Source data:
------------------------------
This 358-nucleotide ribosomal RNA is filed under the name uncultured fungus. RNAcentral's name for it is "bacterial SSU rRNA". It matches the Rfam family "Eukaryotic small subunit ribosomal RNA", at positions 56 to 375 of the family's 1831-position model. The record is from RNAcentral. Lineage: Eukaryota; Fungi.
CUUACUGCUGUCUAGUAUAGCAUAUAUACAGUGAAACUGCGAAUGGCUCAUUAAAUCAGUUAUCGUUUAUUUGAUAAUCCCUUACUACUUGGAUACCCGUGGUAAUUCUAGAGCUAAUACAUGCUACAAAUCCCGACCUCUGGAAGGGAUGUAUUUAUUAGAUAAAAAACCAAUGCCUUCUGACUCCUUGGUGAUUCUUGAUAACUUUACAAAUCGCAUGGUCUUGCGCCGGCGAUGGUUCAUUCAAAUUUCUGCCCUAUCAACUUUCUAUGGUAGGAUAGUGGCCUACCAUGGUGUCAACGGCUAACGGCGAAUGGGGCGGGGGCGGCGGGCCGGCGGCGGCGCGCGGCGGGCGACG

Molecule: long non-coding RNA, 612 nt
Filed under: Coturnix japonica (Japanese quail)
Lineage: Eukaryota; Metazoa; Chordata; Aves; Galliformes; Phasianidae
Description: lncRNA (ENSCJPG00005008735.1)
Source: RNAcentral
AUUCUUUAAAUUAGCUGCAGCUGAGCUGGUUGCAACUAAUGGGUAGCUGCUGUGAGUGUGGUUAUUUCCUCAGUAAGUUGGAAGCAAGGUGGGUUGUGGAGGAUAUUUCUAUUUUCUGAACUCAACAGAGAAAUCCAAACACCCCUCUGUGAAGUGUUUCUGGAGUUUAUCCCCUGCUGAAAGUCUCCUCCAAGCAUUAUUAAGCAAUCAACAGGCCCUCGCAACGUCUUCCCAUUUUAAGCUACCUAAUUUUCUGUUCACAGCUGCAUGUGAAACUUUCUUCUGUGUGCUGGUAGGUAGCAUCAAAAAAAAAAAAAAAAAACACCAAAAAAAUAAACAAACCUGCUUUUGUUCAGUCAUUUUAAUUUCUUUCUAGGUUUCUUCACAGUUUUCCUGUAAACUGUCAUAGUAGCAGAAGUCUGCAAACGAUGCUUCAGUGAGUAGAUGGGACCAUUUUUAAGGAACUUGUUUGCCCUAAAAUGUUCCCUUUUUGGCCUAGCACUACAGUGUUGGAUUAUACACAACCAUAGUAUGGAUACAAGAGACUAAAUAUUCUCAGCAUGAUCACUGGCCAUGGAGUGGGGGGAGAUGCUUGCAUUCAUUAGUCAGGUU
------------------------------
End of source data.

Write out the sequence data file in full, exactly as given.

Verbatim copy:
This 358-nucleotide ribosomal RNA is filed under the name uncultured fungus. RNAcentral's name for it is "bacterial SSU rRNA". It matches the Rfam family "Eukaryotic small subunit ribosomal RNA", at positions 56 to 375 of the family's 1831-position model. The record is from RNAcentral. Lineage: Eukaryota; Fungi.
CUUACUGCUGUCUAGUAUAGCAUAUAUACAGUGAAACUGCGAAUGGCUCAUUAAAUCAGUUAUCGUUUAUUUGAUAAUCCCUUACUACUUGGAUACCCGUGGUAAUUCUAGAGCUAAUACAUGCUACAAAUCCCGACCUCUGGAAGGGAUGUAUUUAUUAGAUAAAAAACCAAUGCCUUCUGACUCCUUGGUGAUUCUUGAUAACUUUACAAAUCGCAUGGUCUUGCGCCGGCGAUGGUUCAUUCAAAUUUCUGCCCUAUCAACUUUCUAUGGUAGGAUAGUGGCCUACCAUGGUGUCAACGGCUAACGGCGAAUGGGGCGGGGGCGGCGGGCCGGCGGCGGCGCGCGGCGGGCGACG

Molecule: long non-coding RNA, 612 nt
Filed under: Coturnix japonica (Japanese quail)
Lineage: Eukaryota; Metazoa; Chordata; Aves; Galliformes; Phasianidae
Description: lncRNA (ENSCJPG00005008735.1)
Source: RNAcentral
AUUCUUUAAAUUAGCUGCAGCUGAGCUGGUUGCAACUAAUGGGUAGCUGCUGUGAGUGUGGUUAUUUCCUCAGUAAGUUGGAAGCAAGGUGGGUUGUGGAGGAUAUUUCUAUUUUCUGAACUCAACAGAGAAAUCCAAACACCCCUCUGUGAAGUGUUUCUGGAGUUUAUCCCCUGCUGAAAGUCUCCUCCAAGCAUUAUUAAGCAAUCAACAGGCCCUCGCAACGUCUUCCCAUUUUAAGCUACCUAAUUUUCUGUUCACAGCUGCAUGUGAAACUUUCUUCUGUGUGCUGGUAGGUAGCAUCAAAAAAAAAAAAAAAAAACACCAAAAAAAUAAACAAACCUGCUUUUGUUCAGUCAUUUUAAUUUCUUUCUAGGUUUCUUCACAGUUUUCCUGUAAACUGUCAUAGUAGCAGAAGUCUGCAAACGAUGCUUCAGUGAGUAGAUGGGACCAUUUUUAAGGAACUUGUUUGCCCUAAAAUGUUCCCUUUUUGGCCUAGCACUACAGUGUUGGAUUAUACACAACCAUAGUAUGGAUACAAGAGACUAAAUAUUCUCAGCAUGAUCACUGGCCAUGGAGUGGGGGGAGAUGCUUGCAUUCAUUAGUCAGGUU